Ontario Tire Stewardship's Community Renewal Fund grant reopens to support green development across Ontario
TORONTO, Oct. 12, 2016 /CNW/ - Ontario communities can get a little extra help when planning their next community project with the Community Renewal Fund, offered by Ontario Tire Stewardship (OTS). The grant, which offers up to $50,000 to put toward building or renewing spaces using sustainable materials made with recycled Ontario tire rubber, challenges communities to consider innovative ways of updating their shared spaces with recycled resources.
"We are thrilled at the response we've had with our program and excited to help communities across Ontario bring their projects to life in a way that supports the circular economy," says Claudia Hawkins, Director of Promotions & Education OTS. "Our goal is to help organizations rethink the way they approach building or updating community spaces by using earth friendly products. Ontario Tire Stewardship's Community Renewal Fund is one way we can encourage more sustainable options."
The Community Renewal Fund promotes the use of Ontario-manufactured recycled rubber products such as rubber mulch, athletic and arena flooring, roof shakes, sidewalk pavers, and playground surfacing, encouraging earth friendly building and development while boosting the Ontario economy.
Since the program's inception a total of 48 projects in 37 communities across Ontario have been awarded funding for new and need-to-be-renewed public spaces, playgrounds, fitness tracks, and other shared community spaces.
Among the community areas that received a green facelift, was the Harbourfront Centre's Natrel Rink that was furnished with recycled rubber flooring made from recycled Ontario tires. A complete look at the transformation can be viewed on Rethink Tire's YouTube channel.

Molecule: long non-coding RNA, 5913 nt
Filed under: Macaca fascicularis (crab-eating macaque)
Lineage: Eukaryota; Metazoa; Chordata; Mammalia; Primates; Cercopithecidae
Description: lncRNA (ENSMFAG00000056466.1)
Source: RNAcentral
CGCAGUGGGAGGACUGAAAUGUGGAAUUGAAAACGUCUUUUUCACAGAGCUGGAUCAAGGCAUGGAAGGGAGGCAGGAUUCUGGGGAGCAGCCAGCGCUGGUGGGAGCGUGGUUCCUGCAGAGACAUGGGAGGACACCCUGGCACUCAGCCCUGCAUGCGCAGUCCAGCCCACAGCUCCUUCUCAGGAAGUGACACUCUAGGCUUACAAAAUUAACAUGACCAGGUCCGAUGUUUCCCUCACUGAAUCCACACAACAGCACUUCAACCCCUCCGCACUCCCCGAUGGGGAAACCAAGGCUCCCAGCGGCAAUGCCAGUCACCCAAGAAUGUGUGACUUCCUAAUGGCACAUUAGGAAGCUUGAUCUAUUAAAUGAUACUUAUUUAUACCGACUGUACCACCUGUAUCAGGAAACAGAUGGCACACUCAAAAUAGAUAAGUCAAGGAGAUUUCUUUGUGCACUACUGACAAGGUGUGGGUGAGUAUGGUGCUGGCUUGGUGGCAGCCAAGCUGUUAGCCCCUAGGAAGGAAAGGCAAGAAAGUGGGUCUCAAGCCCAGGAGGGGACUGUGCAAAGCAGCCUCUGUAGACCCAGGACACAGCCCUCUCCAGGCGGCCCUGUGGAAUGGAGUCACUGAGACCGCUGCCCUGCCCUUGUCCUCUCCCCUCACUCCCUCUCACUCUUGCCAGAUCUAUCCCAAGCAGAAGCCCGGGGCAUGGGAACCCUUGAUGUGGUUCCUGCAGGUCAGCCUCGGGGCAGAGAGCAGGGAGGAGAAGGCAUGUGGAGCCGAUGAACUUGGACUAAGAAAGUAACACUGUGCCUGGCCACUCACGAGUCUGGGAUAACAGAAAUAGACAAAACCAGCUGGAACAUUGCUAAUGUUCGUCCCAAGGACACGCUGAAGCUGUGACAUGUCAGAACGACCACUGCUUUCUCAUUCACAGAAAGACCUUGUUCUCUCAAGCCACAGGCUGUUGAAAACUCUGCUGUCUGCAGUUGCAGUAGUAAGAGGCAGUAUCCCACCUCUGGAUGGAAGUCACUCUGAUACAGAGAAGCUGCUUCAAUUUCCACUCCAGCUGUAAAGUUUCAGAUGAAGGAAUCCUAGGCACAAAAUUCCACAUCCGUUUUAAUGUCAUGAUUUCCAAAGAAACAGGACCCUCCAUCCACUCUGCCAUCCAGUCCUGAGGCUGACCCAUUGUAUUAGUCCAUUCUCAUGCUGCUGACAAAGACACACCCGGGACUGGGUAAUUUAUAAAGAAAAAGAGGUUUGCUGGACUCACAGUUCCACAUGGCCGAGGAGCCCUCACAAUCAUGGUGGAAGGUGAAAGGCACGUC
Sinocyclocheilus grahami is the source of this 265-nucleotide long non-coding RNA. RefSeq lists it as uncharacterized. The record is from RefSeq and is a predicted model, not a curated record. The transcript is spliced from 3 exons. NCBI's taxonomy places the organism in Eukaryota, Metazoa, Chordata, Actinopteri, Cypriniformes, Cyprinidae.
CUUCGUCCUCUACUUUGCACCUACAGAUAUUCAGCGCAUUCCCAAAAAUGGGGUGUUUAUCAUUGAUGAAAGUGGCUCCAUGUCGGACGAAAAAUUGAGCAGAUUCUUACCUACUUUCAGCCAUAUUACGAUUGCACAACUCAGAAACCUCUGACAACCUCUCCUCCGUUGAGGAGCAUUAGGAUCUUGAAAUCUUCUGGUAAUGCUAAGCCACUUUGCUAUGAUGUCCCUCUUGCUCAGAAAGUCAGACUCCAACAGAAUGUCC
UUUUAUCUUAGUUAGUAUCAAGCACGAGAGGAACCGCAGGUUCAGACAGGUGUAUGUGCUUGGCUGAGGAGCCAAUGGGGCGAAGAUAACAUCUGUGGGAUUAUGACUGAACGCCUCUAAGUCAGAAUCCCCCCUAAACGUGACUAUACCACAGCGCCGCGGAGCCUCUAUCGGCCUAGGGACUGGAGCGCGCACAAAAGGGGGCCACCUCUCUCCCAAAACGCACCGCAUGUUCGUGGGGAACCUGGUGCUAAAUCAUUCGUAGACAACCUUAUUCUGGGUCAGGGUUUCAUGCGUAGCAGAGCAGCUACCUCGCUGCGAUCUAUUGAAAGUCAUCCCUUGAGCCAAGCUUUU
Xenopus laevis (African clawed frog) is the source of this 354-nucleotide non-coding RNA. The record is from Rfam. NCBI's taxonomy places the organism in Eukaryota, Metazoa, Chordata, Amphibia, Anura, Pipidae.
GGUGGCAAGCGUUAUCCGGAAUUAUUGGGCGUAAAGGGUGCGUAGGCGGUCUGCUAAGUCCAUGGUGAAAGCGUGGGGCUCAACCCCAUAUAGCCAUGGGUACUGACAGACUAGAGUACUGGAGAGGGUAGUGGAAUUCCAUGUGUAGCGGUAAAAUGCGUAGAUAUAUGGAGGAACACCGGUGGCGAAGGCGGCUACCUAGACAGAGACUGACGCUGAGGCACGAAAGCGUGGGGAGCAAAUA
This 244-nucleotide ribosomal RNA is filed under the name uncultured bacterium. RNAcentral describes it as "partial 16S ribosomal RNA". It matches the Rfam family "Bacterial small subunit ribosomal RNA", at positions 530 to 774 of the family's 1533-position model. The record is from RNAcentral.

The following new projects have been approved for funding in 2016, and the list will soon be growing!
- City of Brampton, Fred Kee Park – Playground Surfacing
- City of Oshawa, Arborwood Park – Playground Surfacing
- City of Temiskaming, Community Gathering Area – Athletic Flooring
- Corporation of the town of Richmond Hill, Morgan Boyle Park – Playground Surfacing
- City of Toronto, Leonard Linton Park – Playground Surfacing
- Corkery Community Association, Corkery Skating Rink – Rink Matting
- Toronto District School Board, St. Mary's Centre for Health and Wellness – Athletic Flooring
Ontario-based community groups such as municipalities, non-profit community groups or organizations, schools, or First Nations communities are all invited to apply to the Community Renewal Fund for their projects in 2016.
For more information about the OTS Community Renewal Fund and to apply online, Ontarians can visit rethinktires.ca.
About the OTS Community Renewal Fund
The Community Renewal Fund is a funding program that is available to help Ontario community groups Rethink, Rebuild and Renew community spaces.
- Rethink the way they approach new projects and consider sustainable options.
- Support Ontario's economy by choosing to Rebuild old or inefficiently used spaces using products made from locally produced recycled materials.
- Renew public areas so they reach their full potential and can be enjoyed by the entire community.
About Ontario Tire Stewardship
Established in 2009, Ontario Tire Stewardship (OTS) is an Industry Funding Organization (IFO) incorporated under Ontario's Waste Diversion Act, to implement and operate the Used Tires Program.
At OTS, we are transforming the relationship Ontarians have with the lifecycle of their tires, through a comprehensive approach that takes into account our environment, our economy and our quality of life. Through the Used Tires program, 100 per cent of Ontario tires get efficiently and responsibly recycled into new products, leading to more livable communities and a growing green economy in this province.
SOURCE Ontario Tire Stewardship
For further information: To arrange an interview with an Ontario Tire Stewardship representative please contact: Eric McLean, 416-969-2756, firstname.lastname@example.org